It is sometimes argued by theists that we don't actually need to address people's faith in order to sufficiently address problems of faith-rationalized abuse. From a discussion with my older brother, a devout Christian (the quoted paragraph is my own, followed by his response):
"We can't just say "x constitutes abuse" when people are saying their religion makes it right. You have to address the fallacy of their beliefs."Let's think of it this way: Research over the last half-century has shown quite conclusively that spanking children is an ineffective and often counterproductive form of discipline. Yet, millions of parents still spank their kids, be it because of tradition (they were spanked), or because of religious belief ("spare the rod and spoil the child"). Now, if we want parents to raise emotionally healthier children, we can't simply haul them off to jail and throw them in a cell with the snake handlers because they spanked their children; rather, we need to educate them on the science of the issue and present them with more productive, healthier alternative forms of discipline. If these people refuse to acknowledge the scientific data because it conflicts with their religious belief, then indeed we must address the religious belief itself.
On the contrary, that's exactly what we do by majority rule in our society. For example, if an Appalacian snake handler hands their kid a venomous snake, DHS will remove that child. Religious rite or not, it's child endangerment. Addressing underlying belief systems is not at all a prerequisite to protecting kids.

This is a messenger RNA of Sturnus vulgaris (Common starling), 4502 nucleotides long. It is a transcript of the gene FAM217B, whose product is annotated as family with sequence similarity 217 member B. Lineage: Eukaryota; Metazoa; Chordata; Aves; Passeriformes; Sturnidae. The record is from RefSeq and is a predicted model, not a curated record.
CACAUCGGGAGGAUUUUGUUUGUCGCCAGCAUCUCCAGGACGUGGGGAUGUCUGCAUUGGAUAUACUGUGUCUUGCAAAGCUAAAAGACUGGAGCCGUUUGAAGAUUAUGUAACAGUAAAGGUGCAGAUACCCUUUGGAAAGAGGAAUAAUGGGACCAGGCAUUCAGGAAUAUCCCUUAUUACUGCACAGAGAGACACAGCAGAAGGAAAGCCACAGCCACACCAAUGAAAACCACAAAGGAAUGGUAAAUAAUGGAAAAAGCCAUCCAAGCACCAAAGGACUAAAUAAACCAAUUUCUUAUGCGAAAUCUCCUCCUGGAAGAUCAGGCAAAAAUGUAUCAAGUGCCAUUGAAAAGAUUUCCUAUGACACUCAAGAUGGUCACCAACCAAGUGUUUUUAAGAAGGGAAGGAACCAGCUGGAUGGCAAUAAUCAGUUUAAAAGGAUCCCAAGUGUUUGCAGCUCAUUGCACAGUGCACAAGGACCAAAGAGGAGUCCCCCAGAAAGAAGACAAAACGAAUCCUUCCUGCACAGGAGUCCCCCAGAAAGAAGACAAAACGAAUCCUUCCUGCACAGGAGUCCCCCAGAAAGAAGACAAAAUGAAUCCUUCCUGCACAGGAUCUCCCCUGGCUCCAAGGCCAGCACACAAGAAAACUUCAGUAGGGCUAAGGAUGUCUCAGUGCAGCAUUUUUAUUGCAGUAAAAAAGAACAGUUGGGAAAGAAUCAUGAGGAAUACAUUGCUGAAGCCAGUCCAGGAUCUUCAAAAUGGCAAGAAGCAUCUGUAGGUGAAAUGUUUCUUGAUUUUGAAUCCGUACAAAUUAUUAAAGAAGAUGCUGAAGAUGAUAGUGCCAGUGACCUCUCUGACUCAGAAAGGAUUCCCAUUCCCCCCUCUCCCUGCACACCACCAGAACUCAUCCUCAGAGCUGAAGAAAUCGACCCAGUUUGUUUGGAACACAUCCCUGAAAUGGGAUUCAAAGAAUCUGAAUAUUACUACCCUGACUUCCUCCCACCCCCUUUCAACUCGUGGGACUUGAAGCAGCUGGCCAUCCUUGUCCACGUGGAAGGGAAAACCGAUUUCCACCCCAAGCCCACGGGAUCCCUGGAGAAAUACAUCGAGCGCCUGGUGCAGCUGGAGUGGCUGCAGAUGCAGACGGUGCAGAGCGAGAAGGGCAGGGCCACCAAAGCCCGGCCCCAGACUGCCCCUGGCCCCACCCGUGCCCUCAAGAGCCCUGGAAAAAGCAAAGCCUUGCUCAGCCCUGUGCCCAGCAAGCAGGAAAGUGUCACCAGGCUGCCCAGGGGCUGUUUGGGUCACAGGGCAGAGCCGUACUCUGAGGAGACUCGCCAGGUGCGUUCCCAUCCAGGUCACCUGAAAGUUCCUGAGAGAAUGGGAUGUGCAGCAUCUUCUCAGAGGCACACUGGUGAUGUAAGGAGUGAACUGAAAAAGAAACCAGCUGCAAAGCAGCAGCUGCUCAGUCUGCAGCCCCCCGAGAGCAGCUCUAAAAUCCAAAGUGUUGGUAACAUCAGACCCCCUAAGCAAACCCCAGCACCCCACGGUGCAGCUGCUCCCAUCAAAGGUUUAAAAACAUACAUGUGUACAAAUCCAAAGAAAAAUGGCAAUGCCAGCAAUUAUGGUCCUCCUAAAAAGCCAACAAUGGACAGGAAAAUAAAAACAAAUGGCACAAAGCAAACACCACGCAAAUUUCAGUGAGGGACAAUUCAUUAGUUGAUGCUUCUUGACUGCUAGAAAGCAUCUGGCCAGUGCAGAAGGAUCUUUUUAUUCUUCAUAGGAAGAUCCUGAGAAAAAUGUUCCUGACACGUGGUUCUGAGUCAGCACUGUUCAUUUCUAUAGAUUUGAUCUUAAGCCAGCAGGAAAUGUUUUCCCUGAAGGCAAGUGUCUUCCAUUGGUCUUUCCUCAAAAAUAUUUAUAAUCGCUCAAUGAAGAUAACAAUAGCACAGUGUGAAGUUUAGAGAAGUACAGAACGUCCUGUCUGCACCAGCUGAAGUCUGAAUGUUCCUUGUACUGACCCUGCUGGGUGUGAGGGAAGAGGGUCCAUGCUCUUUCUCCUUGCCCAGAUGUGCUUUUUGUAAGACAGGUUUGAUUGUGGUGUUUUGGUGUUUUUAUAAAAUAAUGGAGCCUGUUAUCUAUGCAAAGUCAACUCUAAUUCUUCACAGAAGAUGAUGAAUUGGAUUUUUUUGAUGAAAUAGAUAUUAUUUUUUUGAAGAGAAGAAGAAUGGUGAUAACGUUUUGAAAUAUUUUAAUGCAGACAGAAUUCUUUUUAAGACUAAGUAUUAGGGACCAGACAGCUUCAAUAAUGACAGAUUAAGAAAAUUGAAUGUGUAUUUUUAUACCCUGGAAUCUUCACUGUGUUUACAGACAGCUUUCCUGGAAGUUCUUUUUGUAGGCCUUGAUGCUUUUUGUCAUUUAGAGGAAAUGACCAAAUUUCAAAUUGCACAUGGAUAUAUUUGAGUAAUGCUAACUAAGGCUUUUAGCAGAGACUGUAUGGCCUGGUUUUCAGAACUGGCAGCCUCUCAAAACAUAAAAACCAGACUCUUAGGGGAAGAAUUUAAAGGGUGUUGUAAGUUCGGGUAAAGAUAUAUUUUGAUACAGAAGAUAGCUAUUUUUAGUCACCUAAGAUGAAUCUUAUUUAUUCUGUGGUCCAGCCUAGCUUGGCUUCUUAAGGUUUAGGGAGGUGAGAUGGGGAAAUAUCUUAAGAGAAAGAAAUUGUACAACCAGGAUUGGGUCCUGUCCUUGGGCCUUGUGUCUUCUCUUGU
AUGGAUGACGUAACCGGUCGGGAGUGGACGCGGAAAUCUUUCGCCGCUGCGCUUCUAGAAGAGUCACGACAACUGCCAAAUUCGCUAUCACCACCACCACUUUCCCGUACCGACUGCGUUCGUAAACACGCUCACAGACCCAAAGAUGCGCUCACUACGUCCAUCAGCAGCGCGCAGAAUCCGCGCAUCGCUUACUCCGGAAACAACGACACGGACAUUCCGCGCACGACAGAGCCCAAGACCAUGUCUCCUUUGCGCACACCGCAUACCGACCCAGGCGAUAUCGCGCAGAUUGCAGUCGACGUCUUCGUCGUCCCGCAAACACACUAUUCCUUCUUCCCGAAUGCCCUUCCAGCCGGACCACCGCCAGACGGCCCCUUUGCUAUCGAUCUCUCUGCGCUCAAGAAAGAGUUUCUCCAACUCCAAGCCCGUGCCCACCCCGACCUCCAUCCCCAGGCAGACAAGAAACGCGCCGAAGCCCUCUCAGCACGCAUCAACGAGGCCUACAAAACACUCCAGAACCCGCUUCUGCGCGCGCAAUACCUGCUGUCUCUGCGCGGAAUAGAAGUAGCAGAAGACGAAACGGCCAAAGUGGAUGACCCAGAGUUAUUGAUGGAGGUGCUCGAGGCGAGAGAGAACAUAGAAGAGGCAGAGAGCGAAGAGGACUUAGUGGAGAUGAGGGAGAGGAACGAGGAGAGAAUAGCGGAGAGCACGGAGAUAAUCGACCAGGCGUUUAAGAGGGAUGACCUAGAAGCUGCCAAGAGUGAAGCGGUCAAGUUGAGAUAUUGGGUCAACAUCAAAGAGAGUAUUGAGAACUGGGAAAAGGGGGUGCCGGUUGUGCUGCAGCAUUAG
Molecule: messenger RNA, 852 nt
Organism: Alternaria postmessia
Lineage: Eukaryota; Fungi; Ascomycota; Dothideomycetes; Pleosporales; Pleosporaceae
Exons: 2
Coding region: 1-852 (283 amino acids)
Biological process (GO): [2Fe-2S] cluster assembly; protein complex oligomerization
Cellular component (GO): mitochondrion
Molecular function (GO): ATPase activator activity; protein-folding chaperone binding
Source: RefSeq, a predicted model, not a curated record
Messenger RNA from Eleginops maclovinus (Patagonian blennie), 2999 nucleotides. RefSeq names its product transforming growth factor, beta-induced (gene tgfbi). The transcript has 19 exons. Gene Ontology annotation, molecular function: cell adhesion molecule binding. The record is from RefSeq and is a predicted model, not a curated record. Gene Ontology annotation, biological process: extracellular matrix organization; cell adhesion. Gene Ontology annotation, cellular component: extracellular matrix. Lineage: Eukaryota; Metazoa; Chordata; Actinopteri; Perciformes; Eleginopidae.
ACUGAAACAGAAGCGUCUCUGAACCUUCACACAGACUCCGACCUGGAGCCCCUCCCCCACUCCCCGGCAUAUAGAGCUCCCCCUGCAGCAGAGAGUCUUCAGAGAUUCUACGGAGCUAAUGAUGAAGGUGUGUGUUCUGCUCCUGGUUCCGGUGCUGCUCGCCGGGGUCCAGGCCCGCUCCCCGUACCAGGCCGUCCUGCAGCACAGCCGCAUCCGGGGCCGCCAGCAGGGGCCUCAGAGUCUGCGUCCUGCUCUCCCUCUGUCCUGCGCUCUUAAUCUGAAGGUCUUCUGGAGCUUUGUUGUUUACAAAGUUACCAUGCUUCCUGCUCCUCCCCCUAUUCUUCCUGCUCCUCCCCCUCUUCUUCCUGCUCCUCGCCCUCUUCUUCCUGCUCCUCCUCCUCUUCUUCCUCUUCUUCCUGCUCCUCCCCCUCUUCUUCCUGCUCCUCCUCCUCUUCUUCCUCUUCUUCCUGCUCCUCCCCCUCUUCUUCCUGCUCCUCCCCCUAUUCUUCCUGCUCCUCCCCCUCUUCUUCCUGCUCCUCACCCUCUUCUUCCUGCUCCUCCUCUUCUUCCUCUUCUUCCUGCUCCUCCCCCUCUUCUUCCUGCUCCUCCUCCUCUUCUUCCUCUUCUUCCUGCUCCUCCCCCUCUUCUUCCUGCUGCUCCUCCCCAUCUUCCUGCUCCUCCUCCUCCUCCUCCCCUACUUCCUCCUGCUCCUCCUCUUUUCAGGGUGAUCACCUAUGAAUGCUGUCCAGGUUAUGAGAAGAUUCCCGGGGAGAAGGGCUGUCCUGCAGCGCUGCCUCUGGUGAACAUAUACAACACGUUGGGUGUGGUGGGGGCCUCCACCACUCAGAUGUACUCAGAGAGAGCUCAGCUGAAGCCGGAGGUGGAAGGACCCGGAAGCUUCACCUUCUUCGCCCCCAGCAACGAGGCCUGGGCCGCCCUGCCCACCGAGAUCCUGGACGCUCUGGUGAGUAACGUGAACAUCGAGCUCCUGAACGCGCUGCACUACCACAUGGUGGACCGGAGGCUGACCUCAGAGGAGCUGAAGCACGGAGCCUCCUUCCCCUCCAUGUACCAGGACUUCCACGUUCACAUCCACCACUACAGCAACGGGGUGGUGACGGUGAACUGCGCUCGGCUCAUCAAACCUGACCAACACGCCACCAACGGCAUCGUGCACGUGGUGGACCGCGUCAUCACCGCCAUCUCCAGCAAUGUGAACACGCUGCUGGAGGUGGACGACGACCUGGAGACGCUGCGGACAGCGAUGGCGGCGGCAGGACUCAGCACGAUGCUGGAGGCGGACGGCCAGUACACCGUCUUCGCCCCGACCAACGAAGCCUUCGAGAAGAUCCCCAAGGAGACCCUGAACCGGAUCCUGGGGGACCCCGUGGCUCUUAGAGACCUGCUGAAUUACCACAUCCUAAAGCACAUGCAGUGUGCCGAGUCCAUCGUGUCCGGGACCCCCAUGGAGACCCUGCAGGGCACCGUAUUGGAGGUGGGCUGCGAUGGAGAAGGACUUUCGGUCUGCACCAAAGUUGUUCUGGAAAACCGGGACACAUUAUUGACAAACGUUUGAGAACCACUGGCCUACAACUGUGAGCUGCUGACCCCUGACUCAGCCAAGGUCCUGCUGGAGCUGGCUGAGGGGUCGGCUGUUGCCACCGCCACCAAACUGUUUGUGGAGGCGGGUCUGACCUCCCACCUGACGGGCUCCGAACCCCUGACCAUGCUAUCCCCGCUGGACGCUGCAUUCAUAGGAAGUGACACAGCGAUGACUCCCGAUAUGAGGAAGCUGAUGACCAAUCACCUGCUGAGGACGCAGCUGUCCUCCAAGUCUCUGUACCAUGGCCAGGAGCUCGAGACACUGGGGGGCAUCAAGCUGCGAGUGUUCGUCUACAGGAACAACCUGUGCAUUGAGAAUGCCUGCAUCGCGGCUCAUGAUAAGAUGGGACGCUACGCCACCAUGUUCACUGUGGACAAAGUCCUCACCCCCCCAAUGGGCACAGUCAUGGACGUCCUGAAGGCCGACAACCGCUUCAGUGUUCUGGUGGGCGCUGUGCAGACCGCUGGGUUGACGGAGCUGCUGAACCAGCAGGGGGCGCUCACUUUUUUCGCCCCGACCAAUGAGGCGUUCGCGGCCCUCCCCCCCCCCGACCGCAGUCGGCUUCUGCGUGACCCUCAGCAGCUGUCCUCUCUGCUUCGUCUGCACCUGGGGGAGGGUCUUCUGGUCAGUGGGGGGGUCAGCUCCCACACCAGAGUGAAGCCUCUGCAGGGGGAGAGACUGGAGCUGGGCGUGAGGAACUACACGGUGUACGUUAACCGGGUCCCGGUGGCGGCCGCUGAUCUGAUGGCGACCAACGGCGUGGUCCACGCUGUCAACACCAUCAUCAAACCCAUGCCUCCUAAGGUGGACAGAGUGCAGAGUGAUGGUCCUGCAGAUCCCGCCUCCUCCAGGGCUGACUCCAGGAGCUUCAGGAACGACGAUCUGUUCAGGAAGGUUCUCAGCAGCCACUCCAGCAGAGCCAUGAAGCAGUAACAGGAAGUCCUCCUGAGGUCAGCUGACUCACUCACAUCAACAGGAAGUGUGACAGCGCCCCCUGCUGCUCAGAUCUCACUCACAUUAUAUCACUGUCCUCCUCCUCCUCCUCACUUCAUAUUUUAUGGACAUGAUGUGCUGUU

We should never shy away from addressing the underlying beliefs that motivate people's actions. Religious accomodationalists are fond of making arguments such as the one made by Michael De Dora in a post at the Center for Inquiry:
"Atheists tend to view religion as either the problem, or the cause of the problem, even when other problems are apparent. But while theism is a problem, it is not the problem, and while atheism might be correct, atheism is not the answer. As the philosopher Massimo Pigliucci has noted, the larger predicament we face is uncritical adherence to ideology -- a problem that spans more than just religion."I enjoyed Jerry Coyne's rhetorical response over at his Why Evolution Is True blog: "Would De Dora just have us go after 'irrational ideologies' in general without mentioning religion?" The reality is that religion undoubtedly influences people's behavior, just as any ideology can. As Sam Harris has often said (I'm very loosely paraphrasing here), we cannot underestimate the power of what people actually believe about the nature of reality to influence their behavior. If someone, on religious grounds, engages in a pattern of abuse because they believe their religion makes such behaviors wholly justified, it is insufficient to merely reprimand the behavior by "majority rule" as my brother suggests – particularly because many people living in fundamentalist or developing nations do not have the luxury of a secularized, religiously pluralistic majority.
We must challenge people to critically examine the dogmas and doctrines that so profoundly influence their behavior. Just as we must address a parent's belief about the efficacy of spanking if we desire to change their behavior, we must address the issue of religious belief if and when it becomes a rationalization for patterns of emotional or physical abuse. It's folly to suggest that we can separate people's beliefs about the nature of reality and right behavior from the ideologies that shape and define those beliefs, and that we can separate those beliefs from the behaviors in which they manifest.